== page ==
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|Case Studies - Page 4|
For weeks, Don and Sara worked to put aside their rigid rules for each other and develop more flexible ways of thinking about their relationship. Eventually, he dug beneath his feeling that he had a right to her fidelity and reached his deeper wish for her to love him genuinely. When at last he expressed his yearning for her love without insisting upon his marital rights, his voice cracked. "All I ever really wanted was for you to love me," he said, bowing his head. Sara's smile showed real tenderness at his willingness to admit his vulnerability. Forgiveness therapists are on the lookout for this kind of moment to help the couple ask themselves, "Where did this feeling come from? Is it possible to get back there?"
Beneath this couple's anger were deeper and stronger feelings of mutual admiration, affection, and loyalty. Don still felt fiercely protective of Sara, while she admired his work ethic and drive: it was the determination of both—to work hard, rise from humble beginnings, and make a good life—that had initially drawn them together. In widening their perspectives beyond the cramped space of mutual grievance, they developed compassion for each other's mistakes and began to accept the reality that they'd each married a flawed, but good, human being.
We constantly remind clients that they're capable of many responses to being wounded, and the goal is to find the one that gives them what they most deeply want. We call this deep want the "positive intention." Sara and Don needed to find and articulate their positive intention and use it to change their relationship story. In one session, their therapist asked them to think of the deepest positive reason they married each other and to make it personal and specific. They were then asked if that deep loving reason was still true and, if so, whether it wasn't time to tell a story about that intention, rather than about how each had failed. Don saw that he'd been hurt badly by Sara precisely because he'd loved and admired her so deeply; he couldn't imagine himself being with another woman. His positive intention was to express that sense of love and commitment directly, authentically, and without qualifications; but to do that and continue nourishing these feelings, he had to forgive her and move on. In turn, Sara's positive intention was to create a marriage so strong that anything could be forgiven—the kind of marriage her parents had not had, but which she deeply wanted with Don. To make good on this positive intention, Sara realized that the first major step she must take was to forgive Don for his continuing blame and negativity toward her.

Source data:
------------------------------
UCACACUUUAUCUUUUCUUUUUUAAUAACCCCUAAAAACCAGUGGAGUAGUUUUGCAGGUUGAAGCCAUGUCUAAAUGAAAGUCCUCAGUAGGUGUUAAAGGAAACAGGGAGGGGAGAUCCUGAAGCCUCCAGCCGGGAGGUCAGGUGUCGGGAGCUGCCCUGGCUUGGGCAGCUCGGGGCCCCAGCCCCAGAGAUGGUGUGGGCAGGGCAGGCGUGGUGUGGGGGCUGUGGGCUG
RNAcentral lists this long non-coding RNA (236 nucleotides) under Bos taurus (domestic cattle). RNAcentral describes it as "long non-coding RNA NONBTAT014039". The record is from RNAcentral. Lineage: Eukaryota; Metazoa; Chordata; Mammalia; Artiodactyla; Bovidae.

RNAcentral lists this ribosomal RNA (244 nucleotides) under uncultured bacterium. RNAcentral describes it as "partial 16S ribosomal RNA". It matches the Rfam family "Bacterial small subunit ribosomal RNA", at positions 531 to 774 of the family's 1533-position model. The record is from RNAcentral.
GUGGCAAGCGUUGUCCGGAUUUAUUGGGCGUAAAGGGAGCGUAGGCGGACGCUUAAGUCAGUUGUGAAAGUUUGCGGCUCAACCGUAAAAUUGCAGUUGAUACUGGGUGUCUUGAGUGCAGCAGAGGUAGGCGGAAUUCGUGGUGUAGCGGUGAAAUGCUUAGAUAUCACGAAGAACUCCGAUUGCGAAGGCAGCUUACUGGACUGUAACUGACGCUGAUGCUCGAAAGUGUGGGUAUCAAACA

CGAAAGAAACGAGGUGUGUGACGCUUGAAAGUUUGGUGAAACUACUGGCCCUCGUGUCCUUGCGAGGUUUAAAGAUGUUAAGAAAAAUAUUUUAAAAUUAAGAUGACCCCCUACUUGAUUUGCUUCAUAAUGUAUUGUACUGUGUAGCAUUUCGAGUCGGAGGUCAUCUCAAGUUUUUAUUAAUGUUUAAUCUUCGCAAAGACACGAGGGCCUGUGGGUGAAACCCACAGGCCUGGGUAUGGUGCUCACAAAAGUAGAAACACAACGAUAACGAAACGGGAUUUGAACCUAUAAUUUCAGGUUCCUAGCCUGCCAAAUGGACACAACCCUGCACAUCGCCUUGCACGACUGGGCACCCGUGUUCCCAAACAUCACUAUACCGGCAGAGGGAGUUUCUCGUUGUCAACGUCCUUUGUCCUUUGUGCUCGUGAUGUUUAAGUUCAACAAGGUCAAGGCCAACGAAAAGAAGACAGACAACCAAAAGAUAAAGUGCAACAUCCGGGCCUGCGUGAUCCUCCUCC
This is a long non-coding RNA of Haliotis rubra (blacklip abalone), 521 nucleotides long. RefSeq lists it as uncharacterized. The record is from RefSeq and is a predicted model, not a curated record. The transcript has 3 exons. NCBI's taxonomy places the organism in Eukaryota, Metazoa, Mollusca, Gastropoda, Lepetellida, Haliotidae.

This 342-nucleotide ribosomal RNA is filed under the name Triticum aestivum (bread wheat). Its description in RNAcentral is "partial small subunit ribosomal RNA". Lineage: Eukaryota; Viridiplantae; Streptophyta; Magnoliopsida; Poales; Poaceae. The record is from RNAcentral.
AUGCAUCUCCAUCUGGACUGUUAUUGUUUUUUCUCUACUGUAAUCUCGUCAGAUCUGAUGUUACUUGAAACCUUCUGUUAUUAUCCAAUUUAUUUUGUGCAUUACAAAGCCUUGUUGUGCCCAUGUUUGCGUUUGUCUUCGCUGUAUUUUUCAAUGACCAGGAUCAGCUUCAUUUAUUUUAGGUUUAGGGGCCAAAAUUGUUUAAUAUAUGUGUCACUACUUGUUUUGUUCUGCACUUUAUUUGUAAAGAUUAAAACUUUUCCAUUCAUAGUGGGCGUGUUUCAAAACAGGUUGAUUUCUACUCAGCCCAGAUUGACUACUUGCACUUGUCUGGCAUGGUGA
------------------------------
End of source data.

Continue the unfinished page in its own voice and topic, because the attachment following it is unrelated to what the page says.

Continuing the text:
Forgiveness isn't a free pass to any and all bad behavior; it doesn't condone unkindness, infidelity, neglect, or disrespect, or require one to return to an abusive relationship or be a doormat. Research shows that these are some of the commonest misconceptions about forgiveness. But forgiveness or making peace with the various ways life has disappointed us can free us from being stuck in hurt and blame and help us become better and happier partners and people. The simple truth is that when we practice harshness toward our partner, we become good at being harsh. When we practice forgiveness, we become good at forgiveness—which fundamentally means learning to love and accept the imperfect people in our lives and allowing them to love and accept us.